Telecommunications provider Comcast Business has grown from $250 million to almost $8 billion since it started just 12 years ago under President Bill Stemper’s leadership. In an interview for my CEO radio show last week Stemper said that his leadership philosophy is to have a broad group of people at the table, and then check in with the front line reps or care agents to cut through “the noise” to make a narrow decision.
Comcast Business started with small businesses, since they had the advantage of having connections running up and down main streets and into residences all over the lower 48 states. As they proved themselves and established a brand and reputation, they started serving medium-sized regional companies and then found their “bread and butter” to be serving business with many multiple locations.
Stemper said that his business scales, and he gets the attention of CEOs when he explains that when they double the size of their company the telecom costs might go up by only 20%.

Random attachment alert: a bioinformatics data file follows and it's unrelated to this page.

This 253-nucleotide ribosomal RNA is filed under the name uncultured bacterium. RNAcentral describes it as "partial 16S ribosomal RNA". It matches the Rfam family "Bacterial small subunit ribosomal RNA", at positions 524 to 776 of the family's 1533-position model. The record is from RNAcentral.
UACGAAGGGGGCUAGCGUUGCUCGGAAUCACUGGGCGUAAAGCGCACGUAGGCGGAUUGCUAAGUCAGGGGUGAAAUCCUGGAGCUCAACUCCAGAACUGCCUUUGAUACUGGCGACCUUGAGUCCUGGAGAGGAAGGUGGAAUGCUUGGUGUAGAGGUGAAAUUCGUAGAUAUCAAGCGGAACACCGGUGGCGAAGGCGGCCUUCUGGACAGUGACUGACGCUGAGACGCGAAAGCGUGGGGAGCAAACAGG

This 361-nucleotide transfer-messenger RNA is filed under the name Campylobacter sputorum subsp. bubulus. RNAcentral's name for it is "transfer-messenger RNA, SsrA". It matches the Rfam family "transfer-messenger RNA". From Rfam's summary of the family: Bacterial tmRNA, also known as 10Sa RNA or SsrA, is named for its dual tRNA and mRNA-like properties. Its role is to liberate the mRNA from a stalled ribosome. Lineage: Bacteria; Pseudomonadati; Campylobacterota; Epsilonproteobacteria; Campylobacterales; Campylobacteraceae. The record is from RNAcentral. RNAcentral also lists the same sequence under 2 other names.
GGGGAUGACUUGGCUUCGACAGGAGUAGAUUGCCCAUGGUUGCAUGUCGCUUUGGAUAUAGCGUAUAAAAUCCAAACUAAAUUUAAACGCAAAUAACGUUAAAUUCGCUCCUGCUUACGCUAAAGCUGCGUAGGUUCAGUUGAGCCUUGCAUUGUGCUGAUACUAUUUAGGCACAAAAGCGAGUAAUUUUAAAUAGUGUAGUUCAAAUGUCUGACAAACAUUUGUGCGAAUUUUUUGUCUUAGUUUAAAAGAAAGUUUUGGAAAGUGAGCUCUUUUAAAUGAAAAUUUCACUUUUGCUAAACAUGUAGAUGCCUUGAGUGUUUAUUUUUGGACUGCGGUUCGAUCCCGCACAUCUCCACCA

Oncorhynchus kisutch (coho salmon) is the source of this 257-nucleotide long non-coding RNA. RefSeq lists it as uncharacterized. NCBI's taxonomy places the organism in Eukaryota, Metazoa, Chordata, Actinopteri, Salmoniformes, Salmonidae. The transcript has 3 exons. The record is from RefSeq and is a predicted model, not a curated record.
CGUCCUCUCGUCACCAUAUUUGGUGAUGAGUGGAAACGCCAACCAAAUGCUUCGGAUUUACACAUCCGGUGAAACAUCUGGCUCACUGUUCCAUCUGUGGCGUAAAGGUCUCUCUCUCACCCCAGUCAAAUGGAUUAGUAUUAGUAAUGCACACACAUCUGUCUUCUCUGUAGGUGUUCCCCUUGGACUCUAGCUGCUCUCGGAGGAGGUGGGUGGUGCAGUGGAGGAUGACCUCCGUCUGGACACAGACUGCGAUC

“Today’s successful CEOs understand, leverage and embrace digital transformation to win,” Stemper told me. “CEOs set the vision for how to transform their customer experience in sales, service and operations by leveraging digital’s endless capabilities.”
But how does he manage Comcast’s growth?
“There’s never one right way and there are a lot of wrong ways. To me, it’s how you build the organization and the team around you…,” Stemper said.
“I always leave meetings so much smarter, because whatever I might have thrown on the table or anybody might have thrown on the table, it got plussed up by this input; it got added to by that. It might have even gotten blown up by this very important point, and we restart it …. You do that by allowing it to happen, first and foremost.
“In that moment, wherever it goes, let it take you. And if the organization knows that’s just how we make decisions, we’re not afraid to be bold and combat; we’re not afraid to plus up.”
Stemper added: “I was fortunate in my upbringing to spend a lot of time in sales or in service, with the front line and with customers …. The fact of the matter is, the more you understand what’s really going on with the front line blows away a lot of the noise of what’s in the way of making a decision.”